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  • Writer's pictureAmanda

Are we nearly there yet?


I can feel myself starting to come to life again at the end of February. I wake earlier and am more active later. I no longer need the prod of the alarm clock to alert me to the arrival of morning. And my ever-expectant dog, Rez, happily sees the return of his evening walkies.


This is undoubtedly due to the increasing light levels and the subtle-but-undeniable signs that spring is not far away.


Yet, like a lot of people I suspect, I find February a difficult and capricious month. It promises so much, yet delivers so little.


It’s a month of contrasts and contradictions where you can be happily pruning roses in a t-shirt one day, and then cutting back Cornus in driving hail the next.


It teases and tempts you to break the dormancy of winter, yet when you do it whips its icy fingers about your face and hastens you back to the fireside to contemplate your folly.


This is unkind. We need a break. By now we’ve depleted our winter energy reserves; our vitamin D levels are at critical; our skins itch from the rub of too many wooly jumpers, bitter drying winds and stuffy over-heated rooms. We’re done. We need sunlight and natural warmth. We need to stretch our limbs, breathe the air, feel the earth.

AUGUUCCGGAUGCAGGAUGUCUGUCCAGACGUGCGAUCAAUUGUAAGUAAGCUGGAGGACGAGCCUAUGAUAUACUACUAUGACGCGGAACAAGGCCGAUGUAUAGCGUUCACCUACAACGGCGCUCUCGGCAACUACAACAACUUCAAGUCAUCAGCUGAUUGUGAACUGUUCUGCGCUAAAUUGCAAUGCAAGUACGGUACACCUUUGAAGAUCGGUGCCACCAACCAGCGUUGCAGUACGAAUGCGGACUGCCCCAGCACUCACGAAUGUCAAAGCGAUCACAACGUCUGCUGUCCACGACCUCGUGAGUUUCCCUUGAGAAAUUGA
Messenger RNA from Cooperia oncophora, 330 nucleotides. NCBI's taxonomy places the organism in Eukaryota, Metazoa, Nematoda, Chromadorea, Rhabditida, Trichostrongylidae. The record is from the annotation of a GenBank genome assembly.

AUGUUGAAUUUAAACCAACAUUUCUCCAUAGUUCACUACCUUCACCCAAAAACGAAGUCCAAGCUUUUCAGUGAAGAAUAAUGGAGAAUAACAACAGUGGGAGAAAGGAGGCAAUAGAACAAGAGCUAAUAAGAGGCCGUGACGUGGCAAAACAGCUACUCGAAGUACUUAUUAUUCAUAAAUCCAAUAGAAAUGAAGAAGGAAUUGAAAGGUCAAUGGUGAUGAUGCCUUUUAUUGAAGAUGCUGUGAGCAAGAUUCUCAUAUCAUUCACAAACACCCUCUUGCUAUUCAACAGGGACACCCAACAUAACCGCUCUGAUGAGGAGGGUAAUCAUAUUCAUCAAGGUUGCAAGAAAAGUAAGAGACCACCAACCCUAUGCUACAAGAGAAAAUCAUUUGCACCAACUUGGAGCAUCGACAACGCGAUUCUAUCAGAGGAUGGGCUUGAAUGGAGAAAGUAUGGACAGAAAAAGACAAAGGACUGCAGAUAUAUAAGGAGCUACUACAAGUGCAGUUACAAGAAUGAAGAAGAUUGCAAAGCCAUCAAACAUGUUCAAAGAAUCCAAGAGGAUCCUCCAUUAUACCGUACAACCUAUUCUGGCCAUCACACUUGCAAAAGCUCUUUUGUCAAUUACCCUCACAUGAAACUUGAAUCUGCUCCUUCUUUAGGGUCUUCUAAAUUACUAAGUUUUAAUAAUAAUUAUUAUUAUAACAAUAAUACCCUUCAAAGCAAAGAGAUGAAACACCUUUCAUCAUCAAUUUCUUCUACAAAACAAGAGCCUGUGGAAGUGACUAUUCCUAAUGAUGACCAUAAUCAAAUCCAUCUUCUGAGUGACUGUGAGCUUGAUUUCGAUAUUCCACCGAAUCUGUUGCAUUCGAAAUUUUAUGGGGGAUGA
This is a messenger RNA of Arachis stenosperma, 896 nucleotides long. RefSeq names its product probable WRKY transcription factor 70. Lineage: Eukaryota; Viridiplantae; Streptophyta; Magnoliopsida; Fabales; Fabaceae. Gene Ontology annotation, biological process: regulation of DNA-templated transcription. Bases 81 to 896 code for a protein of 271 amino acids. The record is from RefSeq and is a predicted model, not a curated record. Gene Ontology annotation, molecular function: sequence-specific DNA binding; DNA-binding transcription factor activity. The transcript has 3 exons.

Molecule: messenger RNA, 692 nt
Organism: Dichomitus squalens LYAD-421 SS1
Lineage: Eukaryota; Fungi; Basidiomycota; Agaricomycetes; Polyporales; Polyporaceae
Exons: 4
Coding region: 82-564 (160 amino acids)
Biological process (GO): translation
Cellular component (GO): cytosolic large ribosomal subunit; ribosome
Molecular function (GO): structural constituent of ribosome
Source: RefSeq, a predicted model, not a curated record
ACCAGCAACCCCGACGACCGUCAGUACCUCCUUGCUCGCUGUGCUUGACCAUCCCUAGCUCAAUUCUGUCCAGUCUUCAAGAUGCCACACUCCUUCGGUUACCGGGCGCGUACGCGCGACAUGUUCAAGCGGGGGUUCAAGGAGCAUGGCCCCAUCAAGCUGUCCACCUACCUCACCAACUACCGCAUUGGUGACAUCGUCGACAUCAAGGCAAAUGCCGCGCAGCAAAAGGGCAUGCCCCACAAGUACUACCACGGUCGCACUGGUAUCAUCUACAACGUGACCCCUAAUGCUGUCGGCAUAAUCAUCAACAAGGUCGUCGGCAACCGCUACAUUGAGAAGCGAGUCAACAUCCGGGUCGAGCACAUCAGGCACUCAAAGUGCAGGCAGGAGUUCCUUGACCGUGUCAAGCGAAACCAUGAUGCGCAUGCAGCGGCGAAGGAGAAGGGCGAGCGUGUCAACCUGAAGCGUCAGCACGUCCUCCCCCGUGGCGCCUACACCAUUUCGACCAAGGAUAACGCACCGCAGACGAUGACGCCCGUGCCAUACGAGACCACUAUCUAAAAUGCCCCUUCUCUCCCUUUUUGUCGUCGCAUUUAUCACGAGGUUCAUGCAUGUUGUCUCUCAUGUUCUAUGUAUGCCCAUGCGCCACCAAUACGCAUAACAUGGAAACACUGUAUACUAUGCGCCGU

But not yet February says, not just yet.


And for me there’s another foe to battle – one that comes on in October kicking and hissing in denial, is vanquished, but then returns, stealth-like, to ambush my thoughts and trip my good intentions whenever my mind strays.


For the past four or five years I’ve put this February come-down to a job that frustrated my head and sapped my soul. The job is gone so I thought this year might be different, yet – for no discernible reason it seems – there it was again: a melancholy hopelessness; a nagging sense of failure and discontent; a propensity to think on the woes of the world and despair.


There is of course one fail-safe remedy for this unhelpful state of mind. And it lies in the potting shed and in the as-yet-unopened seed packets; in the comforting rich, sweet smell of compost, in the nodding heads of hellebore flowers and the song of a blackbird at dusk.


In every bud about to break and in every extra minute of daylight we gain, the gloom is shaken off.


March starts tomorrow. We’re through the worst. Life starts again.



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